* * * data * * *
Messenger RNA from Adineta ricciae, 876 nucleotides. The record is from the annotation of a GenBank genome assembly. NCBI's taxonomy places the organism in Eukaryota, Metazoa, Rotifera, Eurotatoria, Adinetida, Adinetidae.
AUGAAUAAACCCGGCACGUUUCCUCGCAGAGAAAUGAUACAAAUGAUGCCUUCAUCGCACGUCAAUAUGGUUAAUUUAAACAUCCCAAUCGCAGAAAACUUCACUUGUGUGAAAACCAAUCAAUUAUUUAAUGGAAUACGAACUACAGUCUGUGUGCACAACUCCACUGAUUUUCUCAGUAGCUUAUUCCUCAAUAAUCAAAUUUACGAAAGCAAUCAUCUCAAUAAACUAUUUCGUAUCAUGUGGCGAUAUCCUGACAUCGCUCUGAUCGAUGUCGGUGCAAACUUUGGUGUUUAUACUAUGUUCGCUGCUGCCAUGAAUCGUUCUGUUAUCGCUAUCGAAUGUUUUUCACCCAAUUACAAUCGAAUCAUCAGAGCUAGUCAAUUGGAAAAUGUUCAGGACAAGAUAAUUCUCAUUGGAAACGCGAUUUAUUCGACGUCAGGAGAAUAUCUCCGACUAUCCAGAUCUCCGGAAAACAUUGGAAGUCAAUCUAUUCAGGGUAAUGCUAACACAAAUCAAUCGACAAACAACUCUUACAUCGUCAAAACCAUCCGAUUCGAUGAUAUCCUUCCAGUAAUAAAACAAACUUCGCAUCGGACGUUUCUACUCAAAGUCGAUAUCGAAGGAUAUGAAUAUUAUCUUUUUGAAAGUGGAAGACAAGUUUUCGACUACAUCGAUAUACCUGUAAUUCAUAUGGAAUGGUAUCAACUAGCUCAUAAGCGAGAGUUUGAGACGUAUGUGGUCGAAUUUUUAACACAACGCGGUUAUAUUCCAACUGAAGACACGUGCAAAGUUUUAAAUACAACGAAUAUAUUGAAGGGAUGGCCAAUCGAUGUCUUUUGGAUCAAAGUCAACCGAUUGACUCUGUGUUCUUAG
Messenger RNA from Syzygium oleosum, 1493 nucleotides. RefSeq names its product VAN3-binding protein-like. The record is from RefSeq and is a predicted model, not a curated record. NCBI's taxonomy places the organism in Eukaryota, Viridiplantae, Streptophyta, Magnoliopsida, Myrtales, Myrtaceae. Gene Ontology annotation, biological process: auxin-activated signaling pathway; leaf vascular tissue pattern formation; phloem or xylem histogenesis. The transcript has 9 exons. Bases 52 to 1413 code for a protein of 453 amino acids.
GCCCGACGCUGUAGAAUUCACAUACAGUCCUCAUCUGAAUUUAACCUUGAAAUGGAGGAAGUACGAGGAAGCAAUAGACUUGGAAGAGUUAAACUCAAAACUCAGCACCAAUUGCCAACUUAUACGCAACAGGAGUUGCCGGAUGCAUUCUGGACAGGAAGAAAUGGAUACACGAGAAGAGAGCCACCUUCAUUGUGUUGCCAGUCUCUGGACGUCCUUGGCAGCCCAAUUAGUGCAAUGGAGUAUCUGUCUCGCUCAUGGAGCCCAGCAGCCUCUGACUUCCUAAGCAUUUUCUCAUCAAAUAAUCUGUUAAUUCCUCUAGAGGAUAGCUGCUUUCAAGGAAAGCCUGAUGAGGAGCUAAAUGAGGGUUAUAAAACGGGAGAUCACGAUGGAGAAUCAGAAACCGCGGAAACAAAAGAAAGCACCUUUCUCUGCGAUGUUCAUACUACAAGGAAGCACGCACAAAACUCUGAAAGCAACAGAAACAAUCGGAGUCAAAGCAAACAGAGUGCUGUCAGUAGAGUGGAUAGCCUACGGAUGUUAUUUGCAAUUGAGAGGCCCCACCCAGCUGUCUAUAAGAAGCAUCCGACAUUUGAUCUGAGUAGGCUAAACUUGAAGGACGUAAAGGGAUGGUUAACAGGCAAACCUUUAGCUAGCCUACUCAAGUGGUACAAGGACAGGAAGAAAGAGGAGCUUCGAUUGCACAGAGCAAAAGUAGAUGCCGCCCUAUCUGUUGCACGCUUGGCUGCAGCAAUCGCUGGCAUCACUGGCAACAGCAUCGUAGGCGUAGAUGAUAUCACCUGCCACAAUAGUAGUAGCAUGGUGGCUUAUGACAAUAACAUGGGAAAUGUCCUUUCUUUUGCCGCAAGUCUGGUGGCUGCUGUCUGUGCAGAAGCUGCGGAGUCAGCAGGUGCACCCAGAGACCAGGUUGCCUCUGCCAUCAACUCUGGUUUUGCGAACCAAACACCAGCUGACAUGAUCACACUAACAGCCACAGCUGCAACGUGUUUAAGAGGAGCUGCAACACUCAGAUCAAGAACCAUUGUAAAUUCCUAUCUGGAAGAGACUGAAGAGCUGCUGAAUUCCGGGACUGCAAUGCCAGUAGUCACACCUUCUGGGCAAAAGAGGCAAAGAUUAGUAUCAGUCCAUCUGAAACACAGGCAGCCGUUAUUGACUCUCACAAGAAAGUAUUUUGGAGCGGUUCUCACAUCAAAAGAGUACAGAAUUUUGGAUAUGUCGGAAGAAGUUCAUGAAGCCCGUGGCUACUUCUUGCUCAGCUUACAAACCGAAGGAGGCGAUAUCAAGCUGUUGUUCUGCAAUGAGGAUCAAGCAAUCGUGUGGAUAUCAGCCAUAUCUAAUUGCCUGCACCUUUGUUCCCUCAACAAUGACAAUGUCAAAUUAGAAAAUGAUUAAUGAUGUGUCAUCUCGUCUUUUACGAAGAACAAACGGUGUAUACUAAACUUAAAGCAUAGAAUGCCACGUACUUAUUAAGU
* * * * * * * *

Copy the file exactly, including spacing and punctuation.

Messenger RNA from Adineta ricciae, 876 nucleotides. The record is from the annotation of a GenBank genome assembly. NCBI's taxonomy places the organism in Eukaryota, Metazoa, Rotifera, Eurotatoria, Adinetida, Adinetidae.
AUGAAUAAACCCGGCACGUUUCCUCGCAGAGAAAUGAUACAAAUGAUGCCUUCAUCGCACGUCAAUAUGGUUAAUUUAAACAUCCCAAUCGCAGAAAACUUCACUUGUGUGAAAACCAAUCAAUUAUUUAAUGGAAUACGAACUACAGUCUGUGUGCACAACUCCACUGAUUUUCUCAGUAGCUUAUUCCUCAAUAAUCAAAUUUACGAAAGCAAUCAUCUCAAUAAACUAUUUCGUAUCAUGUGGCGAUAUCCUGACAUCGCUCUGAUCGAUGUCGGUGCAAACUUUGGUGUUUAUACUAUGUUCGCUGCUGCCAUGAAUCGUUCUGUUAUCGCUAUCGAAUGUUUUUCACCCAAUUACAAUCGAAUCAUCAGAGCUAGUCAAUUGGAAAAUGUUCAGGACAAGAUAAUUCUCAUUGGAAACGCGAUUUAUUCGACGUCAGGAGAAUAUCUCCGACUAUCCAGAUCUCCGGAAAACAUUGGAAGUCAAUCUAUUCAGGGUAAUGCUAACACAAAUCAAUCGACAAACAACUCUUACAUCGUCAAAACCAUCCGAUUCGAUGAUAUCCUUCCAGUAAUAAAACAAACUUCGCAUCGGACGUUUCUACUCAAAGUCGAUAUCGAAGGAUAUGAAUAUUAUCUUUUUGAAAGUGGAAGACAAGUUUUCGACUACAUCGAUAUACCUGUAAUUCAUAUGGAAUGGUAUCAACUAGCUCAUAAGCGAGAGUUUGAGACGUAUGUGGUCGAAUUUUUAACACAACGCGGUUAUAUUCCAACUGAAGACACGUGCAAAGUUUUAAAUACAACGAAUAUAUUGAAGGGAUGGCCAAUCGAUGUCUUUUGGAUCAAAGUCAACCGAUUGACUCUGUGUUCUUAG
Messenger RNA from Syzygium oleosum, 1493 nucleotides. RefSeq names its product VAN3-binding protein-like. The record is from RefSeq and is a predicted model, not a curated record. NCBI's taxonomy places the organism in Eukaryota, Viridiplantae, Streptophyta, Magnoliopsida, Myrtales, Myrtaceae. Gene Ontology annotation, biological process: auxin-activated signaling pathway; leaf vascular tissue pattern formation; phloem or xylem histogenesis. The transcript has 9 exons. Bases 52 to 1413 code for a protein of 453 amino acids.
GCCCGACGCUGUAGAAUUCACAUACAGUCCUCAUCUGAAUUUAACCUUGAAAUGGAGGAAGUACGAGGAAGCAAUAGACUUGGAAGAGUUAAACUCAAAACUCAGCACCAAUUGCCAACUUAUACGCAACAGGAGUUGCCGGAUGCAUUCUGGACAGGAAGAAAUGGAUACACGAGAAGAGAGCCACCUUCAUUGUGUUGCCAGUCUCUGGACGUCCUUGGCAGCCCAAUUAGUGCAAUGGAGUAUCUGUCUCGCUCAUGGAGCCCAGCAGCCUCUGACUUCCUAAGCAUUUUCUCAUCAAAUAAUCUGUUAAUUCCUCUAGAGGAUAGCUGCUUUCAAGGAAAGCCUGAUGAGGAGCUAAAUGAGGGUUAUAAAACGGGAGAUCACGAUGGAGAAUCAGAAACCGCGGAAACAAAAGAAAGCACCUUUCUCUGCGAUGUUCAUACUACAAGGAAGCACGCACAAAACUCUGAAAGCAACAGAAACAAUCGGAGUCAAAGCAAACAGAGUGCUGUCAGUAGAGUGGAUAGCCUACGGAUGUUAUUUGCAAUUGAGAGGCCCCACCCAGCUGUCUAUAAGAAGCAUCCGACAUUUGAUCUGAGUAGGCUAAACUUGAAGGACGUAAAGGGAUGGUUAACAGGCAAACCUUUAGCUAGCCUACUCAAGUGGUACAAGGACAGGAAGAAAGAGGAGCUUCGAUUGCACAGAGCAAAAGUAGAUGCCGCCCUAUCUGUUGCACGCUUGGCUGCAGCAAUCGCUGGCAUCACUGGCAACAGCAUCGUAGGCGUAGAUGAUAUCACCUGCCACAAUAGUAGUAGCAUGGUGGCUUAUGACAAUAACAUGGGAAAUGUCCUUUCUUUUGCCGCAAGUCUGGUGGCUGCUGUCUGUGCAGAAGCUGCGGAGUCAGCAGGUGCACCCAGAGACCAGGUUGCCUCUGCCAUCAACUCUGGUUUUGCGAACCAAACACCAGCUGACAUGAUCACACUAACAGCCACAGCUGCAACGUGUUUAAGAGGAGCUGCAACACUCAGAUCAAGAACCAUUGUAAAUUCCUAUCUGGAAGAGACUGAAGAGCUGCUGAAUUCCGGGACUGCAAUGCCAGUAGUCACACCUUCUGGGCAAAAGAGGCAAAGAUUAGUAUCAGUCCAUCUGAAACACAGGCAGCCGUUAUUGACUCUCACAAGAAAGUAUUUUGGAGCGGUUCUCACAUCAAAAGAGUACAGAAUUUUGGAUAUGUCGGAAGAAGUUCAUGAAGCCCGUGGCUACUUCUUGCUCAGCUUACAAACCGAAGGAGGCGAUAUCAAGCUGUUGUUCUGCAAUGAGGAUCAAGCAAUCGUGUGGAUAUCAGCCAUAUCUAAUUGCCUGCACCUUUGUUCCCUCAACAAUGACAAUGUCAAAUUAGAAAAUGAUUAAUGAUGUGUCAUCUCGUCUUUUACGAAGAACAAACGGUGUAUACUAAACUUAAAGCAUAGAAUGCCACGUACUUAUUAAGU